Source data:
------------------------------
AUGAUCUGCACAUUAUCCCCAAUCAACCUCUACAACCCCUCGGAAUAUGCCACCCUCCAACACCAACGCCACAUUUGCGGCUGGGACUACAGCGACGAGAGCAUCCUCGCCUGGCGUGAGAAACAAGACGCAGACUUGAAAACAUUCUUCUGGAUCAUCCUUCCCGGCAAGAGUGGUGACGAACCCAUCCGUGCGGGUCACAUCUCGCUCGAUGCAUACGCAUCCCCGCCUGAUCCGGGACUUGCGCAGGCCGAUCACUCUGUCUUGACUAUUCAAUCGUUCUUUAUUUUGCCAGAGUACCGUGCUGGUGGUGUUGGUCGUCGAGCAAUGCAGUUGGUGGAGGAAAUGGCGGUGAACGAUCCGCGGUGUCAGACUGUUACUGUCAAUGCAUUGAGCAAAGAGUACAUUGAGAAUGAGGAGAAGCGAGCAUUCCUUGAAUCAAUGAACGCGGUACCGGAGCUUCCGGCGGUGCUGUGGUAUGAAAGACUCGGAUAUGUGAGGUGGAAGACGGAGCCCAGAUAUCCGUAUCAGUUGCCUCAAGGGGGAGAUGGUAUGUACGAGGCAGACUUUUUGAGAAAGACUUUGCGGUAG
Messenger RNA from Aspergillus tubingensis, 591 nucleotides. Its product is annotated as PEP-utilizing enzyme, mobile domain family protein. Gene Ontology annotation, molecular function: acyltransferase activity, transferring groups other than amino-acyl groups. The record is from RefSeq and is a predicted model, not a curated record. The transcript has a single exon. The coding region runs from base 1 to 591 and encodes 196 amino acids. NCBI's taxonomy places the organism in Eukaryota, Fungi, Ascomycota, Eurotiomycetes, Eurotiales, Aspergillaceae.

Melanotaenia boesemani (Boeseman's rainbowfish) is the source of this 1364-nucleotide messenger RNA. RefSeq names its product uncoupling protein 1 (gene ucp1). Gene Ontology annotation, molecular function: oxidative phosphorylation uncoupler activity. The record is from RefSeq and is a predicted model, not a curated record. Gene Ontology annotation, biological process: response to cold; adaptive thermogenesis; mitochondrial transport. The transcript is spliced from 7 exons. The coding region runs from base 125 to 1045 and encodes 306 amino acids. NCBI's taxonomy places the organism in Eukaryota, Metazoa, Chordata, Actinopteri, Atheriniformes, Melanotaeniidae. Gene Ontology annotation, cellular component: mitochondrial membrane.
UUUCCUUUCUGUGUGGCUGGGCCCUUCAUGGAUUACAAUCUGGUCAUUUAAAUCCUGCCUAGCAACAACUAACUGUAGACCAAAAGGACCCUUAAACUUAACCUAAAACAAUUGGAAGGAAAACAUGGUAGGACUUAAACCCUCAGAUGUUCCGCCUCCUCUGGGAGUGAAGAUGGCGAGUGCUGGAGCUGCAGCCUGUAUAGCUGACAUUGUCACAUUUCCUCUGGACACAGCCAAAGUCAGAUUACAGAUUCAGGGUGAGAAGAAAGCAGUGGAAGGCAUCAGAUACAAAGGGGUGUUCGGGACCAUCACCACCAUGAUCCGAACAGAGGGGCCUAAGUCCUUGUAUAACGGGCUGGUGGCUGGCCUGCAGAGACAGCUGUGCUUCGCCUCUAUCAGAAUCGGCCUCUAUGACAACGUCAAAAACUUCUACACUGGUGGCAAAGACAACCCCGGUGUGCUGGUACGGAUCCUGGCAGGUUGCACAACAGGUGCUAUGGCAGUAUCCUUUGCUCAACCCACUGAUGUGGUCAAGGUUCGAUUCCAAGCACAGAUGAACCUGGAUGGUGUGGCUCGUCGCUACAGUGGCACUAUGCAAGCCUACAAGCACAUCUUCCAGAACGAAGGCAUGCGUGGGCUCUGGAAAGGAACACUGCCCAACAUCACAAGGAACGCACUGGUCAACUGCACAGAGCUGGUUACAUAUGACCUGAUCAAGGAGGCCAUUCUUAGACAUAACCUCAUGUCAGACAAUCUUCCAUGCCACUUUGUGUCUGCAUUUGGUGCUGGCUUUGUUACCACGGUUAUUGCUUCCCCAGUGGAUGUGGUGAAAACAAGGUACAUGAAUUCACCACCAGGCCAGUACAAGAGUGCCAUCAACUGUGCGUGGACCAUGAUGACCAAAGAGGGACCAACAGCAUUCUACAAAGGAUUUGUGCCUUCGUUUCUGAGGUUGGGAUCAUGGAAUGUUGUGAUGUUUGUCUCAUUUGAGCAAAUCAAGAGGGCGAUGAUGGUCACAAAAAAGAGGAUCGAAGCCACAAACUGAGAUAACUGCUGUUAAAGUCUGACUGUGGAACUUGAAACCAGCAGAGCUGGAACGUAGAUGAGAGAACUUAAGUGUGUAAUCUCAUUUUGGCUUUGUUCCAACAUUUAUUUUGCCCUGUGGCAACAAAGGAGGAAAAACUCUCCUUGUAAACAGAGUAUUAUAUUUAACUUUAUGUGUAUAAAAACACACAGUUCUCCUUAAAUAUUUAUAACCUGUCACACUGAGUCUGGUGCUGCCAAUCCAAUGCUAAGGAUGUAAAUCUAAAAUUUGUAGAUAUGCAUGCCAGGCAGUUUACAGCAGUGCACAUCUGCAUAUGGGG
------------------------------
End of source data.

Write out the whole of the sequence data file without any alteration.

AUGAUCUGCACAUUAUCCCCAAUCAACCUCUACAACCCCUCGGAAUAUGCCACCCUCCAACACCAACGCCACAUUUGCGGCUGGGACUACAGCGACGAGAGCAUCCUCGCCUGGCGUGAGAAACAAGACGCAGACUUGAAAACAUUCUUCUGGAUCAUCCUUCCCGGCAAGAGUGGUGACGAACCCAUCCGUGCGGGUCACAUCUCGCUCGAUGCAUACGCAUCCCCGCCUGAUCCGGGACUUGCGCAGGCCGAUCACUCUGUCUUGACUAUUCAAUCGUUCUUUAUUUUGCCAGAGUACCGUGCUGGUGGUGUUGGUCGUCGAGCAAUGCAGUUGGUGGAGGAAAUGGCGGUGAACGAUCCGCGGUGUCAGACUGUUACUGUCAAUGCAUUGAGCAAAGAGUACAUUGAGAAUGAGGAGAAGCGAGCAUUCCUUGAAUCAAUGAACGCGGUACCGGAGCUUCCGGCGGUGCUGUGGUAUGAAAGACUCGGAUAUGUGAGGUGGAAGACGGAGCCCAGAUAUCCGUAUCAGUUGCCUCAAGGGGGAGAUGGUAUGUACGAGGCAGACUUUUUGAGAAAGACUUUGCGGUAG
Messenger RNA from Aspergillus tubingensis, 591 nucleotides. Its product is annotated as PEP-utilizing enzyme, mobile domain family protein. Gene Ontology annotation, molecular function: acyltransferase activity, transferring groups other than amino-acyl groups. The record is from RefSeq and is a predicted model, not a curated record. The transcript has a single exon. The coding region runs from base 1 to 591 and encodes 196 amino acids. NCBI's taxonomy places the organism in Eukaryota, Fungi, Ascomycota, Eurotiomycetes, Eurotiales, Aspergillaceae.

Melanotaenia boesemani (Boeseman's rainbowfish) is the source of this 1364-nucleotide messenger RNA. RefSeq names its product uncoupling protein 1 (gene ucp1). Gene Ontology annotation, molecular function: oxidative phosphorylation uncoupler activity. The record is from RefSeq and is a predicted model, not a curated record. Gene Ontology annotation, biological process: response to cold; adaptive thermogenesis; mitochondrial transport. The transcript is spliced from 7 exons. The coding region runs from base 125 to 1045 and encodes 306 amino acids. NCBI's taxonomy places the organism in Eukaryota, Metazoa, Chordata, Actinopteri, Atheriniformes, Melanotaeniidae. Gene Ontology annotation, cellular component: mitochondrial membrane.
UUUCCUUUCUGUGUGGCUGGGCCCUUCAUGGAUUACAAUCUGGUCAUUUAAAUCCUGCCUAGCAACAACUAACUGUAGACCAAAAGGACCCUUAAACUUAACCUAAAACAAUUGGAAGGAAAACAUGGUAGGACUUAAACCCUCAGAUGUUCCGCCUCCUCUGGGAGUGAAGAUGGCGAGUGCUGGAGCUGCAGCCUGUAUAGCUGACAUUGUCACAUUUCCUCUGGACACAGCCAAAGUCAGAUUACAGAUUCAGGGUGAGAAGAAAGCAGUGGAAGGCAUCAGAUACAAAGGGGUGUUCGGGACCAUCACCACCAUGAUCCGAACAGAGGGGCCUAAGUCCUUGUAUAACGGGCUGGUGGCUGGCCUGCAGAGACAGCUGUGCUUCGCCUCUAUCAGAAUCGGCCUCUAUGACAACGUCAAAAACUUCUACACUGGUGGCAAAGACAACCCCGGUGUGCUGGUACGGAUCCUGGCAGGUUGCACAACAGGUGCUAUGGCAGUAUCCUUUGCUCAACCCACUGAUGUGGUCAAGGUUCGAUUCCAAGCACAGAUGAACCUGGAUGGUGUGGCUCGUCGCUACAGUGGCACUAUGCAAGCCUACAAGCACAUCUUCCAGAACGAAGGCAUGCGUGGGCUCUGGAAAGGAACACUGCCCAACAUCACAAGGAACGCACUGGUCAACUGCACAGAGCUGGUUACAUAUGACCUGAUCAAGGAGGCCAUUCUUAGACAUAACCUCAUGUCAGACAAUCUUCCAUGCCACUUUGUGUCUGCAUUUGGUGCUGGCUUUGUUACCACGGUUAUUGCUUCCCCAGUGGAUGUGGUGAAAACAAGGUACAUGAAUUCACCACCAGGCCAGUACAAGAGUGCCAUCAACUGUGCGUGGACCAUGAUGACCAAAGAGGGACCAACAGCAUUCUACAAAGGAUUUGUGCCUUCGUUUCUGAGGUUGGGAUCAUGGAAUGUUGUGAUGUUUGUCUCAUUUGAGCAAAUCAAGAGGGCGAUGAUGGUCACAAAAAAGAGGAUCGAAGCCACAAACUGAGAUAACUGCUGUUAAAGUCUGACUGUGGAACUUGAAACCAGCAGAGCUGGAACGUAGAUGAGAGAACUUAAGUGUGUAAUCUCAUUUUGGCUUUGUUCCAACAUUUAUUUUGCCCUGUGGCAACAAAGGAGGAAAAACUCUCCUUGUAAACAGAGUAUUAUAUUUAACUUUAUGUGUAUAAAAACACACAGUUCUCCUUAAAUAUUUAUAACCUGUCACACUGAGUCUGGUGCUGCCAAUCCAAUGCUAAGGAUGUAAAUCUAAAAUUUGUAGAUAUGCAUGCCAGGCAGUUUACAGCAGUGCACAUCUGCAUAUGGGG